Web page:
Would 1 volt of electricity that carries 1000 amps of current do more damage than 1000 volts of electricity with 1 amp overall?

“It’s not the voltages that cause you to die but amps.” The phrase is nearly as useless like “it’s no longer the weapon that causes your death and it’s not the bullet that kills you, it’s the gun” however it can lead to many misconceptions regarding electricity.

Ohm’s law (V = I + R) informs us that electric potential volts (V) force amps of electricity (I) through an object with a specific resistance (R). Therefore, the two scenarios that are being discussed cannot be the same because they have to be two distinct substances cause harm to (one that has 1,000 ohms and the other one with 0.001 Ohms).

However, you should stay away from high-voltage sources, as they could cause more harm by pushing Amps into your body’s resistivity!

Be aware of the electrical circuit in places in which your body’s resistance to electrical current is low (for instance in the bathtub) since in those circumstances even the smallest voltages (like 120V coming from the outlets in your home) could push enough amps to cause serious harm.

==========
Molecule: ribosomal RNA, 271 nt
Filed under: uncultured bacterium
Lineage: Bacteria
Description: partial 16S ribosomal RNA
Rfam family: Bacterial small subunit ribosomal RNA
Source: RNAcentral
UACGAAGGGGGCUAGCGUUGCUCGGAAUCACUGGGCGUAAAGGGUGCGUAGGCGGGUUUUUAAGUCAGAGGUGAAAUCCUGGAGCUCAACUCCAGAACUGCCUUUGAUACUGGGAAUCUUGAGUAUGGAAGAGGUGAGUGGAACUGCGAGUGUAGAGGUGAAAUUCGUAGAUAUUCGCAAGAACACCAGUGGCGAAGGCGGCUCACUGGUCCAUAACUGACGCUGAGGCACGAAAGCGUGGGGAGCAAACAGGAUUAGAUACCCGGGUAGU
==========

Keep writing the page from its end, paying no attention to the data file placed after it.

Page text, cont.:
If, however, by the term “damage” you mean heat or the possibility for the fire to start beware of the 1 volt, 1,000 amp scenario. Joule’s first law states that the amount of heat released by the electric current is proportional to the proportion of its square multiplied by resistance. If you calculate it, you’ll discover that the 1000 amp 1 volt scenario produces 1000 percent more energy than the one millivolt, 1 amp.

Edit: Thanks for the feedback, I’m now corrected in the previous paragraph. Despite the fact that the current is 1000 times higher in the first scenario The resistance is one million times less, meaning that I2 R is in fact identical.


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